Pacquiao’s presidential fitness suspect
By Al S. Mendoza
MANNY Pacquiao is angry when he shouldn’t be.
Aiming to become president of the republic?
You must be cool as a cat at all times.
You must be thick-faced.
You must kiss instead of kick-ass.
As a boxer, your anger must solely be devoted atop the ring.
Off the ring, act with dispatch, speak with caution and think broadly.
That is why when Pacquiao berated the Energy Secretary, my buloy Al Cusi, the boxer knocked out the senator in him. He lost admirers just as fast.
Statesmen aren’t like that.
As a senator, isn’t Pacquiao cloaked with some degree of statesmanship?
In a privilege speech, Pacquiao criticized Cusi of politicking instead of fixing brownouts.
Very un-senator like.
Before that, Pacquiao questioned Cusi’s decision to call a PDP-Laban meeting without his consent.
As the party’s acting president following Koko Pimentel’s resignation, Pacquiao reminded Cusi that only the party chairman (President Duterte) or the party president has the power to call a meeting.
But Cusi, the vice chairman, countered that he was authorized by Mr. Duterte to call the PDP-Laban meeting on Monday in Cebu.
Mr. Duterte confirmed Cusi’s claim in a public briefing.
Lately, Pacquiao has been unloading self-promotional thrusts on social media depicting him as the savior of the Filipino people from poverty.
They help fan the flames of speculations that Pacquiao is bent on running for president in May 2022.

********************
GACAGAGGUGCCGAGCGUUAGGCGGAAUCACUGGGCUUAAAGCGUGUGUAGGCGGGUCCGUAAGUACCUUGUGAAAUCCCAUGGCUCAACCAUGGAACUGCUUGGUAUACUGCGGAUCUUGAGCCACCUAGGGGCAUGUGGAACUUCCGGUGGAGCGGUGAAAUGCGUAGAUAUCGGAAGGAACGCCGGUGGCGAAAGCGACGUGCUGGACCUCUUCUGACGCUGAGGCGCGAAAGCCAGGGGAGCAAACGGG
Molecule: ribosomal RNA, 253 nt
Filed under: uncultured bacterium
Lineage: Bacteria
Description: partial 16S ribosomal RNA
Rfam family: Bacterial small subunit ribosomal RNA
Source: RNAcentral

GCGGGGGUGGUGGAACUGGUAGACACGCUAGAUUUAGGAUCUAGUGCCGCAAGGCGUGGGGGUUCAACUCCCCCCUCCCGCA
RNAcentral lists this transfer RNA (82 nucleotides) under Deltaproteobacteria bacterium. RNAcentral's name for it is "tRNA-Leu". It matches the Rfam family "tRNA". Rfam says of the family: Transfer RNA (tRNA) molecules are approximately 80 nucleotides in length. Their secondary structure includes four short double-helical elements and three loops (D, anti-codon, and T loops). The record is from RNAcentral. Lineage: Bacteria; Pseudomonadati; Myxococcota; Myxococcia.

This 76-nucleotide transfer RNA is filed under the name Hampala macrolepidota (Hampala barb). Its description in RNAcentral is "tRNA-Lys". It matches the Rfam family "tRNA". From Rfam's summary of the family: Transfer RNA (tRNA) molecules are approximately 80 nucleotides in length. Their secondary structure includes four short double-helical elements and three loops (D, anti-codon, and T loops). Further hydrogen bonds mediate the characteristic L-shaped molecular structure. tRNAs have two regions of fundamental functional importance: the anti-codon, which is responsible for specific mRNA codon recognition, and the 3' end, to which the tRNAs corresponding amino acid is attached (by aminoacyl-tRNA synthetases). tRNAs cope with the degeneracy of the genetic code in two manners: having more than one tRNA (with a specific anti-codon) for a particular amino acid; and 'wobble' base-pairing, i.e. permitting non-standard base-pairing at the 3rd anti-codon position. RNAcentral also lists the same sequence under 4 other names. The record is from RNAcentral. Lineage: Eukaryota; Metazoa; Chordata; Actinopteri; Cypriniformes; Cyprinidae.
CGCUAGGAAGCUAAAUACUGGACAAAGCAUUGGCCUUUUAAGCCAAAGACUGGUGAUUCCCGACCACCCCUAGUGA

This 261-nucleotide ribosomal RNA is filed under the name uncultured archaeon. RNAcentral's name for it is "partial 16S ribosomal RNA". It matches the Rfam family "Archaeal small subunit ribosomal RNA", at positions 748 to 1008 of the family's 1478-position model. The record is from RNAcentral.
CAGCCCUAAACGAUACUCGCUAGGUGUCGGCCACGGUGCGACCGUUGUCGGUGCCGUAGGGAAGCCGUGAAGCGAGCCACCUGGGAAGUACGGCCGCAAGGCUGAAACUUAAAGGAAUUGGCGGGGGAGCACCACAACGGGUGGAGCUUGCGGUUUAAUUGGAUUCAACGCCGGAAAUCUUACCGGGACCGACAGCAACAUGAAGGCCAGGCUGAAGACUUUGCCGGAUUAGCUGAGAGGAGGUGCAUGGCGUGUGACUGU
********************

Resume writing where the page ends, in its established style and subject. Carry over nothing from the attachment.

No surprise there. For quite some time now, the boxer’s presidential ambition is an open book.
Again, nothing wrong as this is a free country.
Pacquiao is more than qualified to run. His resume includes serving as a representative of Sarangani before winning as senator in 2016.
But before he could file his candidacy for president October 1-8, Pacquiao must be extra careful and deliberately conscious of his moves from here on.
He must build bridges of friendship, to begin with.
Surely, his verbal jabs on Cusi do not sit well with his party mates, and the people in general. His action is downright divisive and can fracture foundations built through the years.
Thus, as a first step towards mending party fences, Pacquiao should reach out to Cusi in a gallant show of humility in the name of reconciliation.
But is Pacquiao capable of acuity?
Will his braggadocio take the backseat this time?
Knowing Pacquiao, he is an extremely proud person—a weakness that has continually muddled his demeanor with every success he has amassed in boxing.
That’s why while he is a master atop the ring, his presidential fitness is suspect—severely.
His cheap critique on Cusi is too obvious to ignore.
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